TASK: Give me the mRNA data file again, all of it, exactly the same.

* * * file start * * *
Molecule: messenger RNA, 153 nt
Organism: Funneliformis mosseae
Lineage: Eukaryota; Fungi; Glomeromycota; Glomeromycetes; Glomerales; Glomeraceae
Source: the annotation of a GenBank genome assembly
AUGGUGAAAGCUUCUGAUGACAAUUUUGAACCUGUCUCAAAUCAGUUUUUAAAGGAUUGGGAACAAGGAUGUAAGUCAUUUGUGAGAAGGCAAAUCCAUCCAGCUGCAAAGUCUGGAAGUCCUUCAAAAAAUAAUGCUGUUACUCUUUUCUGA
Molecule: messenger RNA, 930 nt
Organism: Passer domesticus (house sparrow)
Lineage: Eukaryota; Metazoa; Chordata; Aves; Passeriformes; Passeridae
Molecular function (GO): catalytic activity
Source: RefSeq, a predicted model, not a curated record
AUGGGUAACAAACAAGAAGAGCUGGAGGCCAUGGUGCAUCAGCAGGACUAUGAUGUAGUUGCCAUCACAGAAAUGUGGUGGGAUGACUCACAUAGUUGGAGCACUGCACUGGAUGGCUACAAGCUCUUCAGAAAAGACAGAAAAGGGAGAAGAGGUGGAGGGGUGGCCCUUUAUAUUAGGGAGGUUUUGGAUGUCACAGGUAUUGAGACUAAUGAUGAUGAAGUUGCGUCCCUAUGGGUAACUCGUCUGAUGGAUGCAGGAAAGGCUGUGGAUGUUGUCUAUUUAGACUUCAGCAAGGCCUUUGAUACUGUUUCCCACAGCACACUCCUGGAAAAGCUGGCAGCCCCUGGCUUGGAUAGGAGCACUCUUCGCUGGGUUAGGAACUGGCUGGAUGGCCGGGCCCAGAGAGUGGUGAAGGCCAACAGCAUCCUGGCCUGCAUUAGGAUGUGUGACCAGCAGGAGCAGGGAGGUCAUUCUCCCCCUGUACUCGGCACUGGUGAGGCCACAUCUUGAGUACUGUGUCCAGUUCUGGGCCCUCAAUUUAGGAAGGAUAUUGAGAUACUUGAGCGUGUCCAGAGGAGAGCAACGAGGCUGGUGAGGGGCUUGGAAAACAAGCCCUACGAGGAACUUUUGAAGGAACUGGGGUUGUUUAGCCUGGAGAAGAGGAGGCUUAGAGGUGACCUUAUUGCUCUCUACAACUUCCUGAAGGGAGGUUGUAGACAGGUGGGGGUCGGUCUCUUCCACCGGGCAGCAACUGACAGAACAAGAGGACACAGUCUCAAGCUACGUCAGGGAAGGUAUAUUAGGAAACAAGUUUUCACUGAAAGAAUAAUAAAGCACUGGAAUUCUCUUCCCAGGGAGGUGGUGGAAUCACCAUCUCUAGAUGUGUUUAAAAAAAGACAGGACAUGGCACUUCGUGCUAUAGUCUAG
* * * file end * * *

Molecule: messenger RNA, 153 nt
Organism: Funneliformis mosseae
Lineage: Eukaryota; Fungi; Glomeromycota; Glomeromycetes; Glomerales; Glomeraceae
Source: the annotation of a GenBank genome assembly
AUGGUGAAAGCUUCUGAUGACAAUUUUGAACCUGUCUCAAAUCAGUUUUUAAAGGAUUGGGAACAAGGAUGUAAGUCAUUUGUGAGAAGGCAAAUCCAUCCAGCUGCAAAGUCUGGAAGUCCUUCAAAAAAUAAUGCUGUUACUCUUUUCUGA
Molecule: messenger RNA, 930 nt
Organism: Passer domesticus (house sparrow)
Lineage: Eukaryota; Metazoa; Chordata; Aves; Passeriformes; Passeridae
Molecular function (GO): catalytic activity
Source: RefSeq, a predicted model, not a curated record
AUGGGUAACAAACAAGAAGAGCUGGAGGCCAUGGUGCAUCAGCAGGACUAUGAUGUAGUUGCCAUCACAGAAAUGUGGUGGGAUGACUCACAUAGUUGGAGCACUGCACUGGAUGGCUACAAGCUCUUCAGAAAAGACAGAAAAGGGAGAAGAGGUGGAGGGGUGGCCCUUUAUAUUAGGGAGGUUUUGGAUGUCACAGGUAUUGAGACUAAUGAUGAUGAAGUUGCGUCCCUAUGGGUAACUCGUCUGAUGGAUGCAGGAAAGGCUGUGGAUGUUGUCUAUUUAGACUUCAGCAAGGCCUUUGAUACUGUUUCCCACAGCACACUCCUGGAAAAGCUGGCAGCCCCUGGCUUGGAUAGGAGCACUCUUCGCUGGGUUAGGAACUGGCUGGAUGGCCGGGCCCAGAGAGUGGUGAAGGCCAACAGCAUCCUGGCCUGCAUUAGGAUGUGUGACCAGCAGGAGCAGGGAGGUCAUUCUCCCCCUGUACUCGGCACUGGUGAGGCCACAUCUUGAGUACUGUGUCCAGUUCUGGGCCCUCAAUUUAGGAAGGAUAUUGAGAUACUUGAGCGUGUCCAGAGGAGAGCAACGAGGCUGGUGAGGGGCUUGGAAAACAAGCCCUACGAGGAACUUUUGAAGGAACUGGGGUUGUUUAGCCUGGAGAAGAGGAGGCUUAGAGGUGACCUUAUUGCUCUCUACAACUUCCUGAAGGGAGGUUGUAGACAGGUGGGGGUCGGUCUCUUCCACCGGGCAGCAACUGACAGAACAAGAGGACACAGUCUCAAGCUACGUCAGGGAAGGUAUAUUAGGAAACAAGUUUUCACUGAAAGAAUAAUAAAGCACUGGAAUUCUCUUCCCAGGGAGGUGGUGGAAUCACCAUCUCUAGAUGUGUUUAAAAAAAGACAGGACAUGGCACUUCGUGCUAUAGUCUAG